“We put our efforts on Sustainable farming to cause income growth, food security to individuals and the community as well as conservation of the nature.” The group said on its facebook page.

You can be part of this initiative to help Zeze village get back on its feet. You can donate to see that the group achieves its objectives. Click on donate to lend a hand no matter how far you are. Donate!



Posted in Communications Technology, Foreign

Safety Traffic Light Installed For Phone Addicts In Dutch Town

A Dutch town has installing traffic lights in the pavements, an unusual way of trying to keep smartphone-addicted residents safe.

Bodegraven, in the Netherlands, has put strip lights in the floor at a pedestrian crossing.

It mean that people who stare at their phones all day will see them, preventing them from wandering dangerously into traffic.

Apart from their unusual location, they work just like ordinary traffic lights: Green means go, and red means wait.

The lights are built by HIG Traffic Systems, a company based in the town, which hopes to sell them more widely to other towns and cities.

Right now they’re just being used at a single intersection in a trial.

A spokesperson for the company told Dutch-language site OmroepWest: “Smartphone use by pedestrians and cyclists is a major problem. Trams in The Hague regularly make an emergency stop because someone looks at their smartphone instead of traffic.”

However, the lights have also proved controversial. “It’s not a good idea to help mobile phone users look at their phones,” Dutch Traffic Safety Association employee Jose de Jong reportedly said.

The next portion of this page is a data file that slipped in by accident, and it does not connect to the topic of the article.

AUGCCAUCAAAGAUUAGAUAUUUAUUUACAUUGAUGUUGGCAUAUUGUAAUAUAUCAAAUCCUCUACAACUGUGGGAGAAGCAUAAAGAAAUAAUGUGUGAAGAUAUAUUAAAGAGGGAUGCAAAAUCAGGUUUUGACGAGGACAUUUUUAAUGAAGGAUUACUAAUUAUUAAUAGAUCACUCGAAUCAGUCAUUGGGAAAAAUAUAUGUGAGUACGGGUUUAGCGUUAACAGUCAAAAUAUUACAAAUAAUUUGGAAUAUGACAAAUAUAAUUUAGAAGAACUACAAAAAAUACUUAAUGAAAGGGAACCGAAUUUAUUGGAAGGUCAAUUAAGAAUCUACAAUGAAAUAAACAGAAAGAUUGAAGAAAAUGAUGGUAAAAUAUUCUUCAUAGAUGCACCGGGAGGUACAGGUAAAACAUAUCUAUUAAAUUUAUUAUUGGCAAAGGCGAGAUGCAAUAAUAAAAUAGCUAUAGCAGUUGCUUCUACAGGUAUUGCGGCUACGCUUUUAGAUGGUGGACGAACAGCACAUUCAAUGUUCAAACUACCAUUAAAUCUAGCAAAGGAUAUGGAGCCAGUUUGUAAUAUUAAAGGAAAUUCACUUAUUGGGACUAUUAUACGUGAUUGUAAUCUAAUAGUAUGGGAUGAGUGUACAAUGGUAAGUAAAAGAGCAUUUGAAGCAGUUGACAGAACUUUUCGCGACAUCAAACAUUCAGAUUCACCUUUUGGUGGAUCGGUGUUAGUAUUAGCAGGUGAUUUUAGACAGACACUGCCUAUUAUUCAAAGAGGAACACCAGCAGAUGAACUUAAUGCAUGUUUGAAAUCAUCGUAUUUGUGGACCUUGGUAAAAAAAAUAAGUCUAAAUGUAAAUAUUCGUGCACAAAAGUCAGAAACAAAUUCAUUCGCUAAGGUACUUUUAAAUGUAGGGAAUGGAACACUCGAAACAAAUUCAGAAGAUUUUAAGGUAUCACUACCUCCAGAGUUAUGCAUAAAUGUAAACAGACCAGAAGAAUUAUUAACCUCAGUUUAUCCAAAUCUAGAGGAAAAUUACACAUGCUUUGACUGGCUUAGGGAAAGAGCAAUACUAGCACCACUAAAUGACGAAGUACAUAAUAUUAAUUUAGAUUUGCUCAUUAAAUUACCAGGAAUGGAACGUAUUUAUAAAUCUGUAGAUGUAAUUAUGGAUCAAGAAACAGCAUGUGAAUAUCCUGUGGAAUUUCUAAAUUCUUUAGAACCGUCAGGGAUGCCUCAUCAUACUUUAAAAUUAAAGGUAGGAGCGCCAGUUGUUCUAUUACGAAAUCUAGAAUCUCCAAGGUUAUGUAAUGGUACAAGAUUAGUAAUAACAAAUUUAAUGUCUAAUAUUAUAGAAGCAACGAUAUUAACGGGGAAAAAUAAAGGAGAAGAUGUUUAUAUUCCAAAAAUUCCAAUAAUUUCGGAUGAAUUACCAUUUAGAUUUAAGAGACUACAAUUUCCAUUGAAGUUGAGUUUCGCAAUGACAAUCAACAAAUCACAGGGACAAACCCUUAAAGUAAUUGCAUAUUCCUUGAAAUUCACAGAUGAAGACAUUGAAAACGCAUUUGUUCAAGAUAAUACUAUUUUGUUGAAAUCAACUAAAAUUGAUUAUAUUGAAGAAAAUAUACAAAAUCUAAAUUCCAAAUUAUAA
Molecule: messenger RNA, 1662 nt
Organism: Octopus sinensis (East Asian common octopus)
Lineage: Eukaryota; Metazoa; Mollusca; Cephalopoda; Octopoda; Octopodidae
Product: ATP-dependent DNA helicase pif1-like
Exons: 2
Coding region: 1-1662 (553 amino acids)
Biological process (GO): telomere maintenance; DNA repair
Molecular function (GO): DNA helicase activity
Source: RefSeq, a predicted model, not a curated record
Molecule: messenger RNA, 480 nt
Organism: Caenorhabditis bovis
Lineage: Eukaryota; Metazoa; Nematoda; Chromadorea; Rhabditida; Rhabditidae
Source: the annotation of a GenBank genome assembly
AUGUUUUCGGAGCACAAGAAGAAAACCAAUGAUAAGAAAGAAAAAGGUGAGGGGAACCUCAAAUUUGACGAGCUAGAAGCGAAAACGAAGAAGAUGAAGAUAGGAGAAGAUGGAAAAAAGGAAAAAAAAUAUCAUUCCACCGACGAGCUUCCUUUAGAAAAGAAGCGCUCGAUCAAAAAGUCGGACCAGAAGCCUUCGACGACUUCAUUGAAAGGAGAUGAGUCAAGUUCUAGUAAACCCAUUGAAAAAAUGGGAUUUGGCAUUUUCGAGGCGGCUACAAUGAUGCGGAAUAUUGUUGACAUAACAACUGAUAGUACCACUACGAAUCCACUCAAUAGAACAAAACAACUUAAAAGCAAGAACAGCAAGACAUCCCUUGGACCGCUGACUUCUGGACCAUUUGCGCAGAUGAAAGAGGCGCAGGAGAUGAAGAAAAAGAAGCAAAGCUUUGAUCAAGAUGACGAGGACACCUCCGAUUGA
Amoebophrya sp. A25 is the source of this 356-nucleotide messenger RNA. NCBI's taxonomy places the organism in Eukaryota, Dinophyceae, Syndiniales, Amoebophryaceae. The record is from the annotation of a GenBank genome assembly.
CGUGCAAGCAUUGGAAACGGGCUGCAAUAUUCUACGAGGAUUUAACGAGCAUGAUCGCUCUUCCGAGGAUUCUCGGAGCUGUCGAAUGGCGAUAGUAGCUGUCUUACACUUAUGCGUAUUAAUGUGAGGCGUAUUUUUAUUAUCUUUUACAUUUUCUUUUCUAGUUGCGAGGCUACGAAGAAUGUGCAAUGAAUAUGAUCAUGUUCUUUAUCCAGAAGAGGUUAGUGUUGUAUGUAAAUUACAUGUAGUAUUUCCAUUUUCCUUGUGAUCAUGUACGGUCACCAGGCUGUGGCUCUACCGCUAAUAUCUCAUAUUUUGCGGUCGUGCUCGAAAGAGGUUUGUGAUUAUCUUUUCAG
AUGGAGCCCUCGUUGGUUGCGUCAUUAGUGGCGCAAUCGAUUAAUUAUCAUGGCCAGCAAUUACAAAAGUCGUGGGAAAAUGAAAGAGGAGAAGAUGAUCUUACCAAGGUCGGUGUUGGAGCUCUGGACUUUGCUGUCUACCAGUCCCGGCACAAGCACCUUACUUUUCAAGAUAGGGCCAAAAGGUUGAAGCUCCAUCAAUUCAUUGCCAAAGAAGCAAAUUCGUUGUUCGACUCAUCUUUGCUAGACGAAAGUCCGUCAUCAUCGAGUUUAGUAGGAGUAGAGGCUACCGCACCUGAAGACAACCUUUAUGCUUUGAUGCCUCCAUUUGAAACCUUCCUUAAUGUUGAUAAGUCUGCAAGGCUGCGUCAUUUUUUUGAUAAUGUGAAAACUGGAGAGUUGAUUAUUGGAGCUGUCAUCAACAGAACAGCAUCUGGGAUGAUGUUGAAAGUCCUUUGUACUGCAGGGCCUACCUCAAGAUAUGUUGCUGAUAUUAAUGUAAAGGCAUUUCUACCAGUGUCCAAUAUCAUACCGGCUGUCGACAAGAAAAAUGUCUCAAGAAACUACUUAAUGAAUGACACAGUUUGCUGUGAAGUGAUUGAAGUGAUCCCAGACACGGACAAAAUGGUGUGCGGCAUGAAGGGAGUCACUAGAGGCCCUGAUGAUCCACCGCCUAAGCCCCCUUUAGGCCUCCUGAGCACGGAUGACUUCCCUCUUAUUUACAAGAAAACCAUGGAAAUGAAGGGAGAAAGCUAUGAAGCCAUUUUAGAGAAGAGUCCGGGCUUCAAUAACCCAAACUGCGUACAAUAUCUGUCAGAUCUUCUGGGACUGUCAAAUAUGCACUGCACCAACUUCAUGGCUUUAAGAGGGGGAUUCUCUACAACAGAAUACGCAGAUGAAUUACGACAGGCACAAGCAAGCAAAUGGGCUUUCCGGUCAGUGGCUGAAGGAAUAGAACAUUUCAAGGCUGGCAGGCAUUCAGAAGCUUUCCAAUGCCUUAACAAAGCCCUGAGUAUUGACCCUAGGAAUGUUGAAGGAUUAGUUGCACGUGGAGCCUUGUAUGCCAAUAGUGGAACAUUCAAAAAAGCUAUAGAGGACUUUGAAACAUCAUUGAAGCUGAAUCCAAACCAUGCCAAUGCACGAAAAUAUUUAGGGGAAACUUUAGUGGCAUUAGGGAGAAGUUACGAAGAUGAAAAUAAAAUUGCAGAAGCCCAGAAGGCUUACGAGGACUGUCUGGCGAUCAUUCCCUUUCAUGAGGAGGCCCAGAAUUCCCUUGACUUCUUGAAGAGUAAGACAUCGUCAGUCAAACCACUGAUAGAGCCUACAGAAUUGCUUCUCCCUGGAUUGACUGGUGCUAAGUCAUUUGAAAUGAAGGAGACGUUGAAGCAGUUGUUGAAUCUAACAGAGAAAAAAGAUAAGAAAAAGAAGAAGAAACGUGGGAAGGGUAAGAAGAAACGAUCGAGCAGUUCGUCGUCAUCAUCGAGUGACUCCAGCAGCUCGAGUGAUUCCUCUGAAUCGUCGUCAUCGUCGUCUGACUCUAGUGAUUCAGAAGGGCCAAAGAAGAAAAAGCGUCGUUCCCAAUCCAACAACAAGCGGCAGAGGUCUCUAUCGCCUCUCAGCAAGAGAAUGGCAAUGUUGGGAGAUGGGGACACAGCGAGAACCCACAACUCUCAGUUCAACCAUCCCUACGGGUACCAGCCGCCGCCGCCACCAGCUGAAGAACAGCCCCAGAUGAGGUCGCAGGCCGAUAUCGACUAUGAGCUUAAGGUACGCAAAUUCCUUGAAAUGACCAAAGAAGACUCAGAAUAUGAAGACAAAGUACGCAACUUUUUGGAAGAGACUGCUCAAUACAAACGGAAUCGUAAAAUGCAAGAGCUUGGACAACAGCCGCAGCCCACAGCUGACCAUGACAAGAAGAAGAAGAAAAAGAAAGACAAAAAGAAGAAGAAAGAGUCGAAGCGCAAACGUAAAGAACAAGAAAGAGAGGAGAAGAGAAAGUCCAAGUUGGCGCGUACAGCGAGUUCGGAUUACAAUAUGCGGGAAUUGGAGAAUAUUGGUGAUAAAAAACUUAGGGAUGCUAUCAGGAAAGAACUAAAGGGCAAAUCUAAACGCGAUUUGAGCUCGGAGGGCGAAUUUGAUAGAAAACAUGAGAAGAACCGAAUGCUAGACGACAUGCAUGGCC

“We don’t want people to use phones when they’re dealing with traffic, even when walking around. People must always look around them, to check if cars are actually stopping at the red signals.”

Posted in Domestic, Foreign, Security

Nigerians In South Africa Suffer Fresh Xenophobic Attacks

There reports of fresh xenophobic attacks on Nigerians living in South Africa. The Nigerian Community in South Africa confirmed these attacks and looting of Nigerian-owned businesses in Pretoria West on Saturday.

Mr Ikechukwu Anyene, President, Nigeria Union, told the News Agency of Nigeria (NAN) on telephone from Pretoria, South Africa, that the attacks began at 4.00 a.m.

He said that the union had reported the incident to the Nigeria mission and South African police.

“As we speak, five buildings with Nigerian businesses, including a church have been looted and burned by South Africans.

“One of the buildings is a mechanic garage with 28 cars under repairs, with other vital documents, were burned during the attack.

“Also, the pastor of the church was wounded and is in the hospital receiving treatment,” he said.

Anyene said the union had informed Nigerians in South Africa to be vigilant in the face of renewed xenophobic attacks.

According to him, the union received information that there will be xenophobic attacks against foreigners on Feb. 22 and Feb. 23.

“We began taking precautionary measures when the incident took place today.

“The attack in Pretoria West is purely xenophobic and criminal because they loot the shops and homes before burning them,” he said.

Anyene called on the Federal Government to persuade its South African counterpart to protect Nigerians in their country.

“These attacks should not be allowed to continue because it is a big setback,” he said.

In 2015, xenophobic attacks started in Durban and extended to some parts of Johannesburg.

Some unemployed South Africans were of the view that other African nationals had taken up their jobs and so decided to attack them so they would return to their homelands.

This was believed to have been sparked by an alleged statement by the Zulu King asking all foreigners to go back to their countries and leave South Africa jobs for the unemployed youth of South Africa.

Nigerians counted several losses in that attack. The then Nigerian Consul-General to South Africa Uche Ajulu-Okeke said: “Nigerians have compiled damages to their property and it is totalling about 1.2 million Rand or N21 million, which will be sent to the Federal Government for further action”.